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05/23/01 - ROADS, BONDS, GRIP, U S 441 & NORTHEAST GEORGIA By WD

 

ROADS, BONDS, GRIP, U S 441 & NORTHEAST GEORGIA

By: Wendell Dawson May 23, 2001

Recent stories on the GRIP program do not detail the effect this program can have on the Northeast GA area. The completion of Hwy 72 4-lane from Athens to South Carolina is important to a number of counties. Completion of the 441-widening project can affect several Northeast GA counties: Putnam, Morgan, Oconee, Clarke, Jackson and Banks. The GRIP Program (Governor’s Road Improvement Program) started in the mid-80’s during the Joe Frank Administration. It was designed to help all areas of GA be within a reasonable distance of a major four-lane highway, especially rural Georgia. It was intended to help economic development in the areas of GA outside the large metropolitan areas. Unfortunately, it only received bond funding that had to be repaid out of DOT revenues resulting in less funding for other projects, particularly local projects. The program has only been worked on piecemeal.

While U S 441 now has bypasses around Eatonton, Madison, Watkinsville, Athens, Commerce and Homer, little has been done to connect them. And the 441 project is only 35% complete and second from last in completion. U S 441 has always been an important North-South Corridor for east-central GA from the North Carolina line to the Florida line. Interstate 75 took much North- South traffic but is not convenient to east-central GA and it runs through Atlanta. The 441 Corridor is particularly important to Northeast GA because many of our counties do not have an interstate highway. However, we are between two major interstate highways: Interstate 20 through Covington, Madison and Greensboro; and Interstate 85 north of Barrow and through Jackson County. We are in an ideal location if we just had the four-lane connection of the two.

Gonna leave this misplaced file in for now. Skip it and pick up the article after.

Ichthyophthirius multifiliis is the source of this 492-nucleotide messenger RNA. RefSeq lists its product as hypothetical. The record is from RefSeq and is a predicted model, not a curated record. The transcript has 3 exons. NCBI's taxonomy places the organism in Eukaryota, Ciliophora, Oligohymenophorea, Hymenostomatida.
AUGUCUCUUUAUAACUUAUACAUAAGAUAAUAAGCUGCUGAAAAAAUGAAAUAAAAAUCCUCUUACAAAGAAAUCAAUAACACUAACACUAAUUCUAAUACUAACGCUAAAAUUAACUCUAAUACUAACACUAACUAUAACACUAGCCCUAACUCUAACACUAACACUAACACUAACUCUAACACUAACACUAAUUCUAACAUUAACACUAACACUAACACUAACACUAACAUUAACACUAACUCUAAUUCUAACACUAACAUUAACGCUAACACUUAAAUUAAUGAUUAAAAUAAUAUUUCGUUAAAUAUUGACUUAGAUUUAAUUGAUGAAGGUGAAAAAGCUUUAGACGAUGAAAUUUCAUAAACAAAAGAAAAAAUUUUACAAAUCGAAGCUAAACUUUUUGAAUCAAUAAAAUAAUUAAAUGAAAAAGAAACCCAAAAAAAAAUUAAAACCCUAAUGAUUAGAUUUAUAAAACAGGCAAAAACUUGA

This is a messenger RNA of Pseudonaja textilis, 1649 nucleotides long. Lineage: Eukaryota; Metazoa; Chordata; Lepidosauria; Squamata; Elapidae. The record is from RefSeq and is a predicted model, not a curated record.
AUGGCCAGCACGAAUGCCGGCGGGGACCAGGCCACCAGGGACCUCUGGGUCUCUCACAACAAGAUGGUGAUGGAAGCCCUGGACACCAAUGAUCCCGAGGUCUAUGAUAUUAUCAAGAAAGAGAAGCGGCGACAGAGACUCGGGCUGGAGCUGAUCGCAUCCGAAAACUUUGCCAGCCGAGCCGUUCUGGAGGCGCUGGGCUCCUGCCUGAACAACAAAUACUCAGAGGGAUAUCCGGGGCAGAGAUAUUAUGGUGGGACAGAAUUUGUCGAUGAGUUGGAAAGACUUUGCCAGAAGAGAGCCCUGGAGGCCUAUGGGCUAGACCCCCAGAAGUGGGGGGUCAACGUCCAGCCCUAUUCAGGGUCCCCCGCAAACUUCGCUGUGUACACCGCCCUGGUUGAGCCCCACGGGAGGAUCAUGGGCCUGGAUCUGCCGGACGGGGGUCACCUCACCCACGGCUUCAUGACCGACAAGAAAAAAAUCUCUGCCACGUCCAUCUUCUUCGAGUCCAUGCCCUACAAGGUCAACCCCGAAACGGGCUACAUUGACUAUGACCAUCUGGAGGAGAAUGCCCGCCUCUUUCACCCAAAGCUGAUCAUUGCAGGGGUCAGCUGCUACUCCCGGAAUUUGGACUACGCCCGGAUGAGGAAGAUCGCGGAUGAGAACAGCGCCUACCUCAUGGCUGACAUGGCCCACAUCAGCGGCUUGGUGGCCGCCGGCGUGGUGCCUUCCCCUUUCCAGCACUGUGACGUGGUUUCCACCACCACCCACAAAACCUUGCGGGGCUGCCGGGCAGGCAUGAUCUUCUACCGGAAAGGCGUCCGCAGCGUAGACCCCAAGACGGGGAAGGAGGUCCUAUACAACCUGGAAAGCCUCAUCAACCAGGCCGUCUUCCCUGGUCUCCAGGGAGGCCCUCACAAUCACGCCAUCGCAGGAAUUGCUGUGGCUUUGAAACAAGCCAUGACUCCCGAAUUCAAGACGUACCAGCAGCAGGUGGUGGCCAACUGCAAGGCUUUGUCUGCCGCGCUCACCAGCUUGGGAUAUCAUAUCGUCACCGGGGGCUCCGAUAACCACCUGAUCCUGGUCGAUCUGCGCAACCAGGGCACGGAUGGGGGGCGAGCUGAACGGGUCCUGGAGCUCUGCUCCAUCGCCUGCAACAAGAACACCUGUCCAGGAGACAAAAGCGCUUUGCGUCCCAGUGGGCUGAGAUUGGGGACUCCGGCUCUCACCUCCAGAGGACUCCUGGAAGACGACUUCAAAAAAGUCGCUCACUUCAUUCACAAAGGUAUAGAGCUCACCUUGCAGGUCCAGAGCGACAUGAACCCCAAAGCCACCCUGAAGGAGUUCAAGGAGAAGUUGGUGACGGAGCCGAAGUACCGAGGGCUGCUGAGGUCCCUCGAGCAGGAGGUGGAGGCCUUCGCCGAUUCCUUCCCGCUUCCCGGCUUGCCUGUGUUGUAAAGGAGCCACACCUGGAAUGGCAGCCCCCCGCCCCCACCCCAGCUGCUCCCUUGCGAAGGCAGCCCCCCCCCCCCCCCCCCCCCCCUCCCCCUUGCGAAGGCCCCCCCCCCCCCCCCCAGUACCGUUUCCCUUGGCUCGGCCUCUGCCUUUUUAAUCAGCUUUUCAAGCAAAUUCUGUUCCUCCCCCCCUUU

When the Mercedes project was under consideration for the area, there was concern about I-85 competition from Greenville and Charlotte. However, the Mercedes folks were looking at using U S 441, I-20 and I-16 to ship cars to the Savannah, Bainbridge and Jacksonville Ports. The plant eventually located on I-20 in Alabama. I-20 is an important east-west link. The U S 441 route is used by many South Georgians to go to the North GA mountains and to attend UGA for educational, sports, cultural and other activities. Unfortunately much of the road in our area was built in the WPA days of the Depression and has too many hills and curves for today’s traffic and larger trucks & vehicles. U S 441 is a safety hazard and has been for many years. There have been numerous deaths on U S 441 in south Oconee County in the last 25 years, including log trucks, head-on collisions, and hydroplaning. In fact, a Morgan county man died near Farmington on May 20, and the story of the fatality appeared on a separate page from the GRIP stories in Sunday’s Athens Banner-Herald.